I was standing in the doorway of a closed shop the other day, waiting for my wife to come out of Sainsbury’s. Two doors along from me was a bank and I saw at first hand an example of how not to treat a vulnerable bank customer.
This is very much on my mind a present as the Financial Conduct Authority (FCA) has recently updated its guidance for firms on the fair treatment of vulnerable customers.
I realised that a gentleman, probably in his fifties, was talking quite loudly not far from me but that it was difficult to understand what he was saying. His words were English but they were sort of jumbled up with no complete phrases or sentences. My immediate reaction was that he was drunk but after looking at him for a few moments I realised that was unlikely.
He was holding a print-out that could have been from the cash withdrawal machine on the wall and he was very annoyed. I eventually gathered (it was impossible not to listen) that he was unhappy about money that had been taken from his account but whether by the bank or someone else I could not tell.
He was talking through the open bank door to one of the bank staff but seemed reluctant to go in. I did hear something to the effect that he did not like to be with other people. At this stage I felt sure that someone would offer to take him into a room in the bank where he would be away from anyone else, especially as he was now really beginning to shout.
Instead one of the bank employees who was about a foot taller than their customer and who had a face mask on moved him away from the door into the street to talk with him. I thought then that a shorter man or preferably a female bank employee would have seemed less threatening to him and helped calm him down.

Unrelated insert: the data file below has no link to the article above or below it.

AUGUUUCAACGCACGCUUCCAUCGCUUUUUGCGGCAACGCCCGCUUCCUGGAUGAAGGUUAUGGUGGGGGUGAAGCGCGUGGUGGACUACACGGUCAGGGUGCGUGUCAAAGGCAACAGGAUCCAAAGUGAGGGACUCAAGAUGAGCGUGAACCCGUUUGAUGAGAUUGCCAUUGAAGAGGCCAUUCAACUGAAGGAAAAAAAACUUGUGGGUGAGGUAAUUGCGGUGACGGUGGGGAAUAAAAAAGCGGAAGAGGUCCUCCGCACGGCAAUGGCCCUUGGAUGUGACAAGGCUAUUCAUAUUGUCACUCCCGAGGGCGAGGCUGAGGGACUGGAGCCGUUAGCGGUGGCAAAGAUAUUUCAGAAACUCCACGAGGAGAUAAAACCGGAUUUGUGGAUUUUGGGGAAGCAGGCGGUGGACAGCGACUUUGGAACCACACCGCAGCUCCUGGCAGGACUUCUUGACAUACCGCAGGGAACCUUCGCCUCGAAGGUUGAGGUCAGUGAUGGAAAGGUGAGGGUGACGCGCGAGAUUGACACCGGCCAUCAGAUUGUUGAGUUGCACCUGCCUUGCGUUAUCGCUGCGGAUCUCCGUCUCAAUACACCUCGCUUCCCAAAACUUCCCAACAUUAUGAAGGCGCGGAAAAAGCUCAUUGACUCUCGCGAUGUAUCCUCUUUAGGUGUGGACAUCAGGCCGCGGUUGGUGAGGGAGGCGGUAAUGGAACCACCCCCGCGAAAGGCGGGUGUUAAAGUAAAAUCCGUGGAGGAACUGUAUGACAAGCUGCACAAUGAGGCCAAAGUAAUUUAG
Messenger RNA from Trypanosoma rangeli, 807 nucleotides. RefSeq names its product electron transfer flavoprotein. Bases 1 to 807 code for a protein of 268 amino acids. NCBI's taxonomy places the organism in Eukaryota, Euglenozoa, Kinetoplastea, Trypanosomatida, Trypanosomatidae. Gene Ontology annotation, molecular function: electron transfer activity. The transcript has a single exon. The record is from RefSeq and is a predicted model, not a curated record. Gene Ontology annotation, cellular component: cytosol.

The fairly incomprehensible shouting continued and probably wasn’t helped by three private security men in uniform who were patrolling the streets and were attracted by the commotion. In the end the bank employee returned to the bank and the man walked away with his issues unresolved as far as I could tell.
Throughout I could sense the man’s frustration that he could not get the bank to understand his problem and his point of view.
The FCA has made the quite shocking point that there are millions of vulnerable people in the UK. Indeed, they have stated that as many as half of consumers could potentially be vulnerable.
What makes us vulnerable? It could be our mental or physical health; our lack of financial resilience; a life event such as bereavement, divorce or unemployment; or our lack of financial knowledge. It might be a permanent state or we may be vulnerable temporarily.
I hope that the bank customer will find a friend to go with him to the bank next time. If you would like to read more about the issue of vulnerability and how any of us should be treated by the world of finance when we find ourselves in that place please visit vulnerable people